She said with the progress being made so far, it is clear all the industry players need each other. Telcos and fintech platforms can work together to eliminate fraud and money laundering. Banks on the other hand can learn from the speed with which telcos and their fintech counterparts process transactions among others.
Mrs Nettey called for a cross-pollination of ideas from all sides of the sector. Regulation, fraud detection, data protection, and effective deployment of solutions will need all key stakeholders to work together to achieve a common goal.
She noted that banks continue to play a significant role — working with the central bank and other key stakeholders to create a financially inclusive environment and cash-lite society by pioneering new solutions and catching up with already existing ones.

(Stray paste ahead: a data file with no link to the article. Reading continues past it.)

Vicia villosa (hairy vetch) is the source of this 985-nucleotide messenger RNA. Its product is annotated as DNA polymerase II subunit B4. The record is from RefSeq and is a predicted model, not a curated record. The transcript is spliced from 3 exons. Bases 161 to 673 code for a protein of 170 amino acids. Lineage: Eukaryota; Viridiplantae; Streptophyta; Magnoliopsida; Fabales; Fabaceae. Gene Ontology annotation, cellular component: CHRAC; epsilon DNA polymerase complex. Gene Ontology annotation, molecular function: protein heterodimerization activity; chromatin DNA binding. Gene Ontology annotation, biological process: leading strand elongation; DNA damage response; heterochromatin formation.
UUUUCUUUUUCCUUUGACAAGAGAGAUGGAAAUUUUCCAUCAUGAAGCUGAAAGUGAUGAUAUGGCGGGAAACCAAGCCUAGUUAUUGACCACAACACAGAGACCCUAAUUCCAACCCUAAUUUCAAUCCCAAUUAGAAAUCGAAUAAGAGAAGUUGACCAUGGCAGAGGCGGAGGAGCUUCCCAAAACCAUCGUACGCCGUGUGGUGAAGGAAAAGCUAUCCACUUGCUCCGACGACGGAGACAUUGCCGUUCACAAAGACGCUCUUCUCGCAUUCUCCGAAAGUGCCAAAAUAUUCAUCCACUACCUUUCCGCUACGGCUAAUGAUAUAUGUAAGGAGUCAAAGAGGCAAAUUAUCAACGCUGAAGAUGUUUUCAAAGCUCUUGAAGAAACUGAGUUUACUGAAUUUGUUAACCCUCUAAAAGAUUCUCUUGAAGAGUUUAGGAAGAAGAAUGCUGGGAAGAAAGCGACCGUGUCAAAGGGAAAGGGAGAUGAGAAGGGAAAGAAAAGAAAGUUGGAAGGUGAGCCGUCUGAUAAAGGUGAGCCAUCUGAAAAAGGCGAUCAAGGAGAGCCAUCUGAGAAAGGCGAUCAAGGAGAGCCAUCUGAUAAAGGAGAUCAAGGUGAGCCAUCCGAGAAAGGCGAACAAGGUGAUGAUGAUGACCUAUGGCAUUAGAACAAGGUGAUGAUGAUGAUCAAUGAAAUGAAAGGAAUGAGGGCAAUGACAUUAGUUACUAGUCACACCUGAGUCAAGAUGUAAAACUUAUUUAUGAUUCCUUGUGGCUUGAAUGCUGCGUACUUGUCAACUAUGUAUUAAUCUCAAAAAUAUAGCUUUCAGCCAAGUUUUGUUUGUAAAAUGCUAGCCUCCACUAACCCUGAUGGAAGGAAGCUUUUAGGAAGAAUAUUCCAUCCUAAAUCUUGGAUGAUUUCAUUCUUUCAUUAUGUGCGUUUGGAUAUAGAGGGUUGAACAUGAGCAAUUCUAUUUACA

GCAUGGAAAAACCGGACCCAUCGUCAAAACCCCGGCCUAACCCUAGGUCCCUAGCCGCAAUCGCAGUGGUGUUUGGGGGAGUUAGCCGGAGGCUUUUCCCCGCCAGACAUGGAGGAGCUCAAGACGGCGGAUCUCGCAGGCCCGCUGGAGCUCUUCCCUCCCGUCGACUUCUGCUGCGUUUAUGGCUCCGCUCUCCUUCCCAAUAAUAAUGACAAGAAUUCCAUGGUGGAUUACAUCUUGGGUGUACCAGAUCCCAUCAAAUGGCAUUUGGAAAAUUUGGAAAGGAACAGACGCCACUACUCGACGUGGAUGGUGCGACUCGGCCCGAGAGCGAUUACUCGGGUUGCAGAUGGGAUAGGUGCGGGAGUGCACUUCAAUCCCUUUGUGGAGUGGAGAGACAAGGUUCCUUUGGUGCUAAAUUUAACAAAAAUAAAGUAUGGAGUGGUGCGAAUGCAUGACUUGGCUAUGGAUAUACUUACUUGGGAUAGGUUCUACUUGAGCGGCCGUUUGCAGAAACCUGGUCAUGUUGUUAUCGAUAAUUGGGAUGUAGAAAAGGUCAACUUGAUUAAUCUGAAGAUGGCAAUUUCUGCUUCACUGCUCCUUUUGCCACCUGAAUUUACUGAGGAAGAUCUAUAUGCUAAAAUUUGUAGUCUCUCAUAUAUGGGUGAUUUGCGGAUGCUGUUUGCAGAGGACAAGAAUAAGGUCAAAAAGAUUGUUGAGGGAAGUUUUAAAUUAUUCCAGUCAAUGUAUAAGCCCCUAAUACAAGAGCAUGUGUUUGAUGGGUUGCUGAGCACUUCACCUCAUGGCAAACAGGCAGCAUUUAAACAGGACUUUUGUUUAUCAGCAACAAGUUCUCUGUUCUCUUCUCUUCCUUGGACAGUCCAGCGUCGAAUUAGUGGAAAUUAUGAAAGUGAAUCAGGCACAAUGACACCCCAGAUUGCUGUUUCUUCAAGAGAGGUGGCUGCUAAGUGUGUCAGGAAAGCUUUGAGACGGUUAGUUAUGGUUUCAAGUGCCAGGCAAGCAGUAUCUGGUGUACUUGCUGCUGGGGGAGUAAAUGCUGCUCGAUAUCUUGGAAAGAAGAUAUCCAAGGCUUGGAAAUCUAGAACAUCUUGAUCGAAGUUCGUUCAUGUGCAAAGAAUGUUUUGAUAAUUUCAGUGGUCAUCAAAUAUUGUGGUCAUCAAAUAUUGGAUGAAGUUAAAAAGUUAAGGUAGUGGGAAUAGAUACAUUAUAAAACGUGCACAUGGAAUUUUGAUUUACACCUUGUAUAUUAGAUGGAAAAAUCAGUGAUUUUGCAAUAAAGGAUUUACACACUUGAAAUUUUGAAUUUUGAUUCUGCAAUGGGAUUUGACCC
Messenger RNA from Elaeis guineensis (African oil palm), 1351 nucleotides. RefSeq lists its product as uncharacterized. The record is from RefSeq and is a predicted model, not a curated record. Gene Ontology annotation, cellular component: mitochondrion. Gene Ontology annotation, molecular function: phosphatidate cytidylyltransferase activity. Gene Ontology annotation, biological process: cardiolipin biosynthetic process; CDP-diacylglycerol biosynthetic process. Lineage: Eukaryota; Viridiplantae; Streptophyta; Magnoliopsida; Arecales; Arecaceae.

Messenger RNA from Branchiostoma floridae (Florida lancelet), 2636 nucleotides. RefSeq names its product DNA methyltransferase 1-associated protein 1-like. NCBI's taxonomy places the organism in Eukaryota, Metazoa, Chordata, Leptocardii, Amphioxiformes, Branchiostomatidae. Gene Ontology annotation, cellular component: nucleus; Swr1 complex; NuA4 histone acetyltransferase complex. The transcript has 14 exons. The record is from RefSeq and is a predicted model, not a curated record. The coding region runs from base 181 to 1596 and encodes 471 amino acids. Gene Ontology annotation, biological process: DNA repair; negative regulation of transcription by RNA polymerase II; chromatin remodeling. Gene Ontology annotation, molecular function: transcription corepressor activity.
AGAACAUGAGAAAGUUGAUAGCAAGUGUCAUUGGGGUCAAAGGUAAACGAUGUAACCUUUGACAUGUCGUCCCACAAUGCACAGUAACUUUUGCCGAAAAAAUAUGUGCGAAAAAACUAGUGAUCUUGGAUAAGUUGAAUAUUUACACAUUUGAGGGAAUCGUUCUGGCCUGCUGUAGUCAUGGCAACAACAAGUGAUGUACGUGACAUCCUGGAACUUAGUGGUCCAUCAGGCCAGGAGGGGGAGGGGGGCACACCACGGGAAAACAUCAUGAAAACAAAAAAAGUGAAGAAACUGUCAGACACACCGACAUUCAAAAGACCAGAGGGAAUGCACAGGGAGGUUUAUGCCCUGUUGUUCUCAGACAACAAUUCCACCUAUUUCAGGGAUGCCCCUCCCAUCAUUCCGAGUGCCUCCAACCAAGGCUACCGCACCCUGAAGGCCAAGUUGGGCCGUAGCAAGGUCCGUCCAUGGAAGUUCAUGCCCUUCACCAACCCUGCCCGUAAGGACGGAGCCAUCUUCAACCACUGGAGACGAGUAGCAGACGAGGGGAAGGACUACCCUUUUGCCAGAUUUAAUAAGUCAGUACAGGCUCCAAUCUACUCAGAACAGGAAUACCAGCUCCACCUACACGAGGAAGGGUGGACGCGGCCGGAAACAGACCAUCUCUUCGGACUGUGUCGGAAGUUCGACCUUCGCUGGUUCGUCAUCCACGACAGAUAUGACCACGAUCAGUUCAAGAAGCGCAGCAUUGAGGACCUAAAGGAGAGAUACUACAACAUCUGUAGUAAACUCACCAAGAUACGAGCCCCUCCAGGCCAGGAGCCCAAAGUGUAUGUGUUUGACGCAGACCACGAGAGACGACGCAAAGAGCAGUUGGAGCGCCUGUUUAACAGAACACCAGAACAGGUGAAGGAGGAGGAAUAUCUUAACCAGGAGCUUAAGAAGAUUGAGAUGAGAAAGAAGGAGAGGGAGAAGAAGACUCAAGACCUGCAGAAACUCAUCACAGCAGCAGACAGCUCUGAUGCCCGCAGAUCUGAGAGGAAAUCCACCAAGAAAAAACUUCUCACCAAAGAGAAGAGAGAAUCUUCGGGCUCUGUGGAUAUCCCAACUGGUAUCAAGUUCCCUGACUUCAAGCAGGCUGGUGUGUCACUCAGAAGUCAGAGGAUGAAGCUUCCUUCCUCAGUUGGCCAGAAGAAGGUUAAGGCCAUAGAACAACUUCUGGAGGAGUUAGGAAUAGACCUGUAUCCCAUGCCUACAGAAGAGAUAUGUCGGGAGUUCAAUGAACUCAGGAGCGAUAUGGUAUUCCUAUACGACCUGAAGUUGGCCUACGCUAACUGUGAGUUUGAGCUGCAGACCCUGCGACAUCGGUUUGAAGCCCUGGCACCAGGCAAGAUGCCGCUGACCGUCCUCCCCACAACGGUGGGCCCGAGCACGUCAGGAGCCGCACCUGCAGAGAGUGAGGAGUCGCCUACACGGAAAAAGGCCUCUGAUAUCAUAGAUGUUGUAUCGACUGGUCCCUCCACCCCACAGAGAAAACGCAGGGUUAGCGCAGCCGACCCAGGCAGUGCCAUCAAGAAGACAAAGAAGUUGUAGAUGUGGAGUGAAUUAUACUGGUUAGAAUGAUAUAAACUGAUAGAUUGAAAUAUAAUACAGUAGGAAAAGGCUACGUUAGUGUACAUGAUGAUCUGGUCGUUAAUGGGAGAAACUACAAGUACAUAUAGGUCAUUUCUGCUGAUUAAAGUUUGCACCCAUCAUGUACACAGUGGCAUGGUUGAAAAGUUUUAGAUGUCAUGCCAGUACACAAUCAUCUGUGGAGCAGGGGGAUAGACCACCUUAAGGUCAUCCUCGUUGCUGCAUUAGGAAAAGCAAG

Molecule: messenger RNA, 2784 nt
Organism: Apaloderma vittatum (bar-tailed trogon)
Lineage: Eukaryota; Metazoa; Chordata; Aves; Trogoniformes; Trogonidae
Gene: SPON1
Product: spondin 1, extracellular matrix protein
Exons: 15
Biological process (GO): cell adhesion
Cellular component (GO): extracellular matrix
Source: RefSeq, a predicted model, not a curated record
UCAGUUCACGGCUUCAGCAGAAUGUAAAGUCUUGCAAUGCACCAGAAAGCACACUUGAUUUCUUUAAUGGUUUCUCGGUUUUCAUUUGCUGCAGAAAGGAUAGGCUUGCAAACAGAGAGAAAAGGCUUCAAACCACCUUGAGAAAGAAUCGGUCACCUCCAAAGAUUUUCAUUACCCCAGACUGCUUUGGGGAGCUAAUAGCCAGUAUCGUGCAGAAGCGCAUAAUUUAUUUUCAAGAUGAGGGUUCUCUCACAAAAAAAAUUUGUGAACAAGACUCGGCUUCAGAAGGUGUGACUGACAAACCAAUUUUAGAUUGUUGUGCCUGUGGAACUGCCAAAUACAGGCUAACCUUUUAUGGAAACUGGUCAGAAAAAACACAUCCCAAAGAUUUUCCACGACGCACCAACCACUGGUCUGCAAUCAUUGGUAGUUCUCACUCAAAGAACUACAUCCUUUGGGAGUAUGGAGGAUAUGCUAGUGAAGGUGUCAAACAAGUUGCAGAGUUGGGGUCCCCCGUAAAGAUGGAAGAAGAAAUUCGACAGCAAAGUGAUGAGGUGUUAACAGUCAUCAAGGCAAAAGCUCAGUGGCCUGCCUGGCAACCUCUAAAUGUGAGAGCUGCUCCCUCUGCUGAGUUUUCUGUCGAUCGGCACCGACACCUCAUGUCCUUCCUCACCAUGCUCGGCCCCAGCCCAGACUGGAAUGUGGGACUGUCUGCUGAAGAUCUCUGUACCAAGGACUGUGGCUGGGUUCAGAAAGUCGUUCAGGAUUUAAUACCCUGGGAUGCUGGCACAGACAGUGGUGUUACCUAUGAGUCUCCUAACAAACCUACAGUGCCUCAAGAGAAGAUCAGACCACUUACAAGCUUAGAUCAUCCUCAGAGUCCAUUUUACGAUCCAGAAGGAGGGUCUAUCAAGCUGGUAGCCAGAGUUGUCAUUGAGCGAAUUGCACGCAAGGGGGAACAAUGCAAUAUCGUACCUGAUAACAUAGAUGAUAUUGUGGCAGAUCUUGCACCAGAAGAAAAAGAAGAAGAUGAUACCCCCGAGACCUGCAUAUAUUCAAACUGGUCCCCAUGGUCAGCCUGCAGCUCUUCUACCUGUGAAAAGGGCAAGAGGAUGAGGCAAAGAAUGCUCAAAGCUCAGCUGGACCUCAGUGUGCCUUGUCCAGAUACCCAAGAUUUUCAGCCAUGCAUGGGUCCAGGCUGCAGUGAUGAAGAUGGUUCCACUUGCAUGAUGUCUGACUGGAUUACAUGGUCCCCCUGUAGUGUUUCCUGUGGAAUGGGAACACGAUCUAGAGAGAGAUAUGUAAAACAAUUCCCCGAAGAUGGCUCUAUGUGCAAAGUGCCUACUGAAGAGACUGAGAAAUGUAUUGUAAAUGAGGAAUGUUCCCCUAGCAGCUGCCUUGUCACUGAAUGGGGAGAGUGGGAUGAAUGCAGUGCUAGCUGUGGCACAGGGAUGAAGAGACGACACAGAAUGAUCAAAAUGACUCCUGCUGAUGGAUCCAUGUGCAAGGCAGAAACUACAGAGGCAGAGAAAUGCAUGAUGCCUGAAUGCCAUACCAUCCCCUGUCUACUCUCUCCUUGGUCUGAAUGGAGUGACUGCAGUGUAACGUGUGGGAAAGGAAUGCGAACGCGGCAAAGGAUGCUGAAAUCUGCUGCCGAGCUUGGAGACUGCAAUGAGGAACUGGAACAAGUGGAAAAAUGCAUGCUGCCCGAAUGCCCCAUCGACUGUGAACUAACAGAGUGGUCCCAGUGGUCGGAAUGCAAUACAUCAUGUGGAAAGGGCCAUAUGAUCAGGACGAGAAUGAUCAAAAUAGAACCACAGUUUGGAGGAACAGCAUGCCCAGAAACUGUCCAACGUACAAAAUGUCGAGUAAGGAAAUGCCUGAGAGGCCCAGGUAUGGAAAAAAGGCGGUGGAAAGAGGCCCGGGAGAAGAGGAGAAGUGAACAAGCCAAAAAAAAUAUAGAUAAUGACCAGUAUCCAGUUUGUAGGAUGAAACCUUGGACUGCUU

Dr. Augustina Odame, CEO of the Technology Chamber, took the podium and in addition to other important points, spoke on the need for stakeholders to place emphasis on fraud education. She noted how people who hitherto did not fancy MoMo transactions, now had to make use of the platform in the wake of the Covid-19 pandemic.
For some of those people, unfortunately, knowing less about the system left them open to the activities of sophisticated fraudsters. For this reason, some have gone back to their old ways of keeping money on their person — setting the financial inclusion and cash-lite society agenda back.
When Mr Kwame Oppong, Head of Fintech and Innovation at the Bank of Ghana took his turn at the podium, he highlighted some policies of the BOG and noted that for any of such to work a country would need to;
- have a strong digital identity and payment systems.
- have a digital payment ecosystem that is not fragmented.
- bring payment service providers (fintech) on board.
- have interoperability structure to enable seamless transactions.
Touching on collaboration, he assures industry players of the Bank of Ghana’s readiness and willingness to work with all stakeholders to make the national agenda a reality.
After the addresses, a panel discussion moderated by Citi FM’s Bernard Avle followed with the speakers answering questions from the audience.